On October 23, James Paz remembers something inhuman slamming into his bike, the terrifying sensation of his body hurtling through the air, and the instinct of trying to land with-out smashing his face on the Brooklyn asphalt. He remembers struggling to his feet and looking back for his girlfriend, Michelle Matson, who’d been pedaling behind him down Franklin Avenue on her beat-up cruiser. And he remembers that she wasn’t there.
Michelle! He kept screaming her name. Michelle!
When he finally spotted his 29-year-old companion, she’d been thrown startlingly far ahead—her body was immobile and unconscious in the Greenpoint street. Her black bicycle, the vintage women’s clunker that seemed so indestructible, was terribly mangled. Even though the hour was after midnight, concerned strangers emerged from who knows where, rushing to help. Someone called an ambulance. Several people phoned 911. James began to shake Michelle. He didn’t know if she was dead or alive.
Stephen Conte, a twentysomething Greenpoint resident who’d just come from a Calyer Street loft party, saw the four-door sedan that hit them. “I’ve seen cars speeding in Greenpoint—it’s not a new thing,” he says. The eyewitness lives by McGuinness Boulevard, a Frogger-like Long Island City connector that New York news aggregator Gothamist has likened to Queens’ infamous Boulevard of Death. “I don’t look at every car that comes past me, but this time, I was like, ‘Holy shit, this guy is going fast, and he’s not really in control,’ ” he recalls close to 10 months later. “But this one screeched and swerved. Four or five seconds later, I just heard the crash and glass breaking.”
Conte saw James crying at Michelle’s legs. “She was motionless, she couldn’t move at all. Her breathing—” To this day, his voice falters when he describes her condition. “It sounded as if she could stop breathing at any moment. It was very shallow and painful. She was barely there.”
A squad car arrived and two officers surveyed the scene. An old green Saab parked on the western side of Franklin Avenue was newly missing its driver’s side rearview mirror. Glass, apparently vestiges of a broken headlight, was all over the road. Michelle was a bloody heap, her blond hair caked brown and matted to her head, her right hand missing streaks of skin. “You could see she had a broken leg—it was bent,” James recalls. He began to shake Michelle, and after what seemed like forever, she came to. At some point, she instinctively tried to get up, not realizing that her feet couldn’t function; two girls immediately ran over, cautioning her not to move.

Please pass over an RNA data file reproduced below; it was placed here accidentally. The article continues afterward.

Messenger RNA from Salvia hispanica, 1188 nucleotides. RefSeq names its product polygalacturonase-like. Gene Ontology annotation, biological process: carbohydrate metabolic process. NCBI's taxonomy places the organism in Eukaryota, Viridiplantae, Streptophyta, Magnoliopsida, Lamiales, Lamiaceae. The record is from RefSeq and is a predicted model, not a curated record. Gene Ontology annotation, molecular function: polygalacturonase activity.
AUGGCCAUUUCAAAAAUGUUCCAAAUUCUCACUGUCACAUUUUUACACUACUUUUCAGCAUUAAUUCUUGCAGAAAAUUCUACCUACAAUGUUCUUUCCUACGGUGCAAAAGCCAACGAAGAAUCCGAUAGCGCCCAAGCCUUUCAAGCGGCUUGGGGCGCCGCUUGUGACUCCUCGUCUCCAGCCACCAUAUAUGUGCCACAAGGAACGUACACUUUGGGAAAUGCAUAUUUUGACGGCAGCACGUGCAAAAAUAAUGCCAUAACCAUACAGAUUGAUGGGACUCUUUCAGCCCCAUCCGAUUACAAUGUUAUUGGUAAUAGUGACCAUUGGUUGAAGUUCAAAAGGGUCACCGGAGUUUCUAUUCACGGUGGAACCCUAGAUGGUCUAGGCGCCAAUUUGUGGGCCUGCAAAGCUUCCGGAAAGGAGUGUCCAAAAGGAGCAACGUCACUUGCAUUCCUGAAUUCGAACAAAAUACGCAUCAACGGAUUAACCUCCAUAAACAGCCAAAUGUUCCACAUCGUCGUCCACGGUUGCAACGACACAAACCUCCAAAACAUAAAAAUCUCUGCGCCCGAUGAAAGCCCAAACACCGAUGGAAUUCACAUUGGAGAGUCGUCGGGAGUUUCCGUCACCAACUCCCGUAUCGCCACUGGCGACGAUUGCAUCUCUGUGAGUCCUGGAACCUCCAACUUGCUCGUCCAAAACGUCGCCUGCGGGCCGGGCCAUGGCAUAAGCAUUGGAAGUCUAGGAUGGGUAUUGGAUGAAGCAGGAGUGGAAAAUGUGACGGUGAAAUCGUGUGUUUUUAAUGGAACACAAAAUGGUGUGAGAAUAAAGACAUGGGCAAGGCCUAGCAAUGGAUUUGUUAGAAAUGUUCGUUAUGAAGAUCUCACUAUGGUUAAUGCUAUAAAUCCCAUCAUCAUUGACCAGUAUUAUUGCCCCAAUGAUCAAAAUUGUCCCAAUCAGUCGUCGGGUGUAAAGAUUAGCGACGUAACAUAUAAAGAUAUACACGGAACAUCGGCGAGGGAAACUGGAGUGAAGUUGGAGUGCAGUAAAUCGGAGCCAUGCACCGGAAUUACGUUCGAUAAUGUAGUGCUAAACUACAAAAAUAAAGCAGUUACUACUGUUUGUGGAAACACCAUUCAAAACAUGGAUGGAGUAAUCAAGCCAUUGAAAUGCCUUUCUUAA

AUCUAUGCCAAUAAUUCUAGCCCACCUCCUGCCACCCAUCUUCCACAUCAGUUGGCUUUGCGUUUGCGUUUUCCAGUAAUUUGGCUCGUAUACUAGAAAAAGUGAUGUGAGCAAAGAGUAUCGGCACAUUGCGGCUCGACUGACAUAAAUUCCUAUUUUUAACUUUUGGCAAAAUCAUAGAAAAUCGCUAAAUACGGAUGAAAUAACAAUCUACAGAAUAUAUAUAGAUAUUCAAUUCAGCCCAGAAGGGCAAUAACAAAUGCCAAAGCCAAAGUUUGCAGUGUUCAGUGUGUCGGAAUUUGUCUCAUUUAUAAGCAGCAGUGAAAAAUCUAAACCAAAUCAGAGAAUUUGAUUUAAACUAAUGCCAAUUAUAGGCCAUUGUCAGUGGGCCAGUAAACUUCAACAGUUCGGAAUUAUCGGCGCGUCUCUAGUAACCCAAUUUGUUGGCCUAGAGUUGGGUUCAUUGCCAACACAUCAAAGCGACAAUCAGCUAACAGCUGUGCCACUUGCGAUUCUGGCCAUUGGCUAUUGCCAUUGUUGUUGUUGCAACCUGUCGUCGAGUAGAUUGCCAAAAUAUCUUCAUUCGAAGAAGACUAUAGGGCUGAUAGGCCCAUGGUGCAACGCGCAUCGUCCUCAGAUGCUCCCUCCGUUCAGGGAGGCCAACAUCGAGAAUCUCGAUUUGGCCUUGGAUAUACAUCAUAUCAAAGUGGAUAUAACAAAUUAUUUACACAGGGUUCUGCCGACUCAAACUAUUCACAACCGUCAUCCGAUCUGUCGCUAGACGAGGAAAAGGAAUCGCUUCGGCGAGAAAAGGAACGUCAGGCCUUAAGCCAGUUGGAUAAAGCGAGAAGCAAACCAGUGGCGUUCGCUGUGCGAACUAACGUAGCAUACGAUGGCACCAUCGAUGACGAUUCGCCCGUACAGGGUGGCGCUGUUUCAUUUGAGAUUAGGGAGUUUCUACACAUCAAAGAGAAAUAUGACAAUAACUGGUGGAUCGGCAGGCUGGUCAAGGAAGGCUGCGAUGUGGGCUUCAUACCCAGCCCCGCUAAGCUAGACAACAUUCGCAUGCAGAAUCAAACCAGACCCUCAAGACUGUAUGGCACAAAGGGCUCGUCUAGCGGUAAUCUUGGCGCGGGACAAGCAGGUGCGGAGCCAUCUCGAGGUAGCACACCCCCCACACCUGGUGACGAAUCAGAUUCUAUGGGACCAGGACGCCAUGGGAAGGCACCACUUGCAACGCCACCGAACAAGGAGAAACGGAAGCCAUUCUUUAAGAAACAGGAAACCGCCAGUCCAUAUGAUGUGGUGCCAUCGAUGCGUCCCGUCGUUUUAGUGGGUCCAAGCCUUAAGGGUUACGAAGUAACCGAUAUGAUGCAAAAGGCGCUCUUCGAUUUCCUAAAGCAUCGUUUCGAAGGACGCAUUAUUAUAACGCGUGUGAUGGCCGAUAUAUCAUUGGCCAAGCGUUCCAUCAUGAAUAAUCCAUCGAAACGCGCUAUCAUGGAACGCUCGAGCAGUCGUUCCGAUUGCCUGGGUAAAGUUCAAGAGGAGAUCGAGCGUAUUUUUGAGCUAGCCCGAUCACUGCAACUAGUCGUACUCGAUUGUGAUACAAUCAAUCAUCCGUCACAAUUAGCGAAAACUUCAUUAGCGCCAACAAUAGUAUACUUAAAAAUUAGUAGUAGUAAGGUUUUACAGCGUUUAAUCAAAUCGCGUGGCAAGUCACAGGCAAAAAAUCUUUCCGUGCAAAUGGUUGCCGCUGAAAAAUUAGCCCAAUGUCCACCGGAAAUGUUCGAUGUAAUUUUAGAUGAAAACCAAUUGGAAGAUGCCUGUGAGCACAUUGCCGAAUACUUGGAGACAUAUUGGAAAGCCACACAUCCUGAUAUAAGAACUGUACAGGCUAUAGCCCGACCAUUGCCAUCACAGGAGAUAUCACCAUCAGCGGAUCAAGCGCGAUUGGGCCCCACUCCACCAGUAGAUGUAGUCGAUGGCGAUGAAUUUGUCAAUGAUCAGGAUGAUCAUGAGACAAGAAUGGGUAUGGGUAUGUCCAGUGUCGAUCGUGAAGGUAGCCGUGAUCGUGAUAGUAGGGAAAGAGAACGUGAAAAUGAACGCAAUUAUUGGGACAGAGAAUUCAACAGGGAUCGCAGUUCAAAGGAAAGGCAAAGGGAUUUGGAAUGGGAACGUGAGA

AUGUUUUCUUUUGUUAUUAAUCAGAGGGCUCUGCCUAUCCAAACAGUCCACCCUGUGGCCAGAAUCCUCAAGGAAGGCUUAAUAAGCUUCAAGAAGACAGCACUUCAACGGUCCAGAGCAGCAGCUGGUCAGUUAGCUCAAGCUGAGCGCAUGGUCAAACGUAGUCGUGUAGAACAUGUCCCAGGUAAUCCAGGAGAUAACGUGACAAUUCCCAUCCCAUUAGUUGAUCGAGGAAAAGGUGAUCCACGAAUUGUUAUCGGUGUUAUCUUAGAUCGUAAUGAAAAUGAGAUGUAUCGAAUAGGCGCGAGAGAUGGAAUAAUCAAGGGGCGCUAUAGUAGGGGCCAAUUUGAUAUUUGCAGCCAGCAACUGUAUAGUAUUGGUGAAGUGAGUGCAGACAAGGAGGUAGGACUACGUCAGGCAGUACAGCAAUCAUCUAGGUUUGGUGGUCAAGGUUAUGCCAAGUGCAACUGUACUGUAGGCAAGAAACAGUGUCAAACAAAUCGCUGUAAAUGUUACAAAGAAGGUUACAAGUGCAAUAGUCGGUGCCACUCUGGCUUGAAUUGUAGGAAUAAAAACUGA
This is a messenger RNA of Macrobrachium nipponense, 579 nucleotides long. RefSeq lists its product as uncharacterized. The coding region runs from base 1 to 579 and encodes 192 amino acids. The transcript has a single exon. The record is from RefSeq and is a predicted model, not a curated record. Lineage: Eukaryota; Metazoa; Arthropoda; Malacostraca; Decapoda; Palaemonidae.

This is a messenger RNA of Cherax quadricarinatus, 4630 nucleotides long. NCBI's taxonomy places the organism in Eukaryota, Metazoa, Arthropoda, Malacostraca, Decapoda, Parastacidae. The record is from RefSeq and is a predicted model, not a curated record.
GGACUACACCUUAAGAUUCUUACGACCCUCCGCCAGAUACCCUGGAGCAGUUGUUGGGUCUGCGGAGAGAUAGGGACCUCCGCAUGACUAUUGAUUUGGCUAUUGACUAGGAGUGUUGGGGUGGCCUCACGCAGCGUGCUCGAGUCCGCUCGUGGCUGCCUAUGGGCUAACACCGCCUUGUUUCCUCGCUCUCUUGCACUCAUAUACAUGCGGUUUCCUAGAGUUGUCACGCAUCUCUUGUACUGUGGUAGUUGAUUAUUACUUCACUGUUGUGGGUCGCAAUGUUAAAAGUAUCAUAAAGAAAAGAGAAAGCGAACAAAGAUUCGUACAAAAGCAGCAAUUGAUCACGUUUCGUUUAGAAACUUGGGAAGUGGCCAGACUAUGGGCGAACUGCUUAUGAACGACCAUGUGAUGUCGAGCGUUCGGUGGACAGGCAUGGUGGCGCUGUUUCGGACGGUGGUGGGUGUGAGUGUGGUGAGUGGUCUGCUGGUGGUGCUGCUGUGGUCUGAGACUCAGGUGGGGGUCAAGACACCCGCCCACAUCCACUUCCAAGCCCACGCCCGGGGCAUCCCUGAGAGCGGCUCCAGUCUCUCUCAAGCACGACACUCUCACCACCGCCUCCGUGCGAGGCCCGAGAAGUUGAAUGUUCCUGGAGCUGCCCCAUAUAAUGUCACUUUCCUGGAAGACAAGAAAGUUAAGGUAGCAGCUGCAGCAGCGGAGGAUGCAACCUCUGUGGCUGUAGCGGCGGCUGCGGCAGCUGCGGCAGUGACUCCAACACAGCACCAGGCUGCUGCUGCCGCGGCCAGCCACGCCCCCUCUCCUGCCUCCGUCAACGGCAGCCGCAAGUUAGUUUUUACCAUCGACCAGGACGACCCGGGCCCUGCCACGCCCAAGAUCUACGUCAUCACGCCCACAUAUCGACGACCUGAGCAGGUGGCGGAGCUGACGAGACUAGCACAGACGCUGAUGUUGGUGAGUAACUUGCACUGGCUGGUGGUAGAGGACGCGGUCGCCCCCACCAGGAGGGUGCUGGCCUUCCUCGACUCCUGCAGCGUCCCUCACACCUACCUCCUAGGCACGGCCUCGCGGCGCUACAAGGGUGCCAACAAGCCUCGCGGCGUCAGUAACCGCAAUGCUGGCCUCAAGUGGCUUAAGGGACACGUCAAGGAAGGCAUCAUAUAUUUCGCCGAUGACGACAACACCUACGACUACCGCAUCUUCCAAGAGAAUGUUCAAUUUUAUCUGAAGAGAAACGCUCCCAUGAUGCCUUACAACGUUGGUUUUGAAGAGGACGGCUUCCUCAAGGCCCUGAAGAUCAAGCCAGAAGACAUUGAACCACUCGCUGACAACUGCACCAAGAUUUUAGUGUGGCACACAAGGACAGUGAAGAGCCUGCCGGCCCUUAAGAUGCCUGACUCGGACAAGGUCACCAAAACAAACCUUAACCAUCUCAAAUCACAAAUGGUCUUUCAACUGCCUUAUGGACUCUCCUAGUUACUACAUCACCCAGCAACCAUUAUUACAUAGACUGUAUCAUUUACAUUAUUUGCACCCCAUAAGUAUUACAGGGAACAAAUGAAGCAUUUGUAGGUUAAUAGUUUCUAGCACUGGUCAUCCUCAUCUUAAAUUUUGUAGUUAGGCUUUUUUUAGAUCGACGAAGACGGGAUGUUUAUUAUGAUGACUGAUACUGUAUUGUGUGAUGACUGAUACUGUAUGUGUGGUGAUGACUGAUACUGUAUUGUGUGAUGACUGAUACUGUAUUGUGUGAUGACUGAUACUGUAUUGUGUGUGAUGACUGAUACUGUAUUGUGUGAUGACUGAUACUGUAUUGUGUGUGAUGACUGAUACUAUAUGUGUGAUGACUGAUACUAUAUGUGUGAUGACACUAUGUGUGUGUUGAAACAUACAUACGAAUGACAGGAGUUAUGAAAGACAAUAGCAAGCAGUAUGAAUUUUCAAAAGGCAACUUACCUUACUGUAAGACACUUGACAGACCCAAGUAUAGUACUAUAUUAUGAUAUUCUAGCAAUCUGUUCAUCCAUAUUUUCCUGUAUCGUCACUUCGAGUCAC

Conte hovered over them until the ambulance arrived, dictating the scene to a 911 attendant. “I asked James if he needed anything, he was so—his world was completely ripped from him. He wasn’t very responsive.”
In the confusion, James decided he should salvage Michelle’s bike wreck for evidence. But when he tried to carry the destroyed relic, his back hurt too badly and he dropped the metal hunk—it was never seen again. By then, the paramedics were hoisting her onto a stretcher and snapping on a neck brace; soon after EMTs ushered him in there, too. Conte had been on his way somewhere that night, but canceled his plans. “I was very shook up.”
After being treated for five broken ribs and a broken nose at Bellevue Hospital, James slept by Michelle’s side, upright in a chair, for three days. Her skull was fractured. Her C-spine, the neck’s cervical vertebrae, was broken. Her lower left leg was shattered; the break was so severe that doctors couldn’t set the bones for a week. When the hospital relocated Michelle to a women’s floor and James had to leave, the Viacom employee returned to their Bushwick apartment and found a business card left by a 94th Precinct detective. He called the station immediately. The officer on the other end delivered miraculous news: The hit-and-run weapon had been found. “We were like, ‘Great, that’s amazing! This guy’s caught.’ “
Not exactly. What James didn’t realize is that even though the ditched car was found within 24 hours, a 1990 Nissan Maxima abandoned two blocks southeast of the accident scene, the police would never make any arrests. And that the detective assigned to the case would tell James, as the victim has consistently recalled for months, that the vehicle owner claimed he’d lost his keys at a local bar that same night and walked home—and that without an eyewitness putting him in the driver’s seat, there was nothing that could be done. When James or Michelle asked what drinking establishment the auto owner had patronized and whether the police had questioned anybody there or if there were any clues in the car, the officer would become dismissive. They eventually stopped calling. According to the official police complaint, the unidentified hit-and-run driver’s highest offense would be categorized a misdemeanor, which seemed preposterous, all things considered.
James and Michelle had been pedaling to Monster Island. It was the penultimate night of the five-day CMJ music festival, a period when an evening itinerary of disparately located live shows demands zigzagging all over town. The couple started off at Coco 66, a Greenpoint Avenue venue that had recently been under scrutiny by local cops, and after midnight on October 23, 2010, the NYPD raided the place and shut down the show. (The NYC Department of Buildings complaint—since resolved; the establishment’s also been shuttered—cites the reason for the closure as overcrowding, specifically stuffing 350 people into a sprinkler-less room with one egress only equipped for 74.) Michelle hadn’t even seen the band she really wanted to, Brooklyn’s Light Asylum, and the bar was so prohibitively crowded they couldn’t even order a drink, so they stayed out.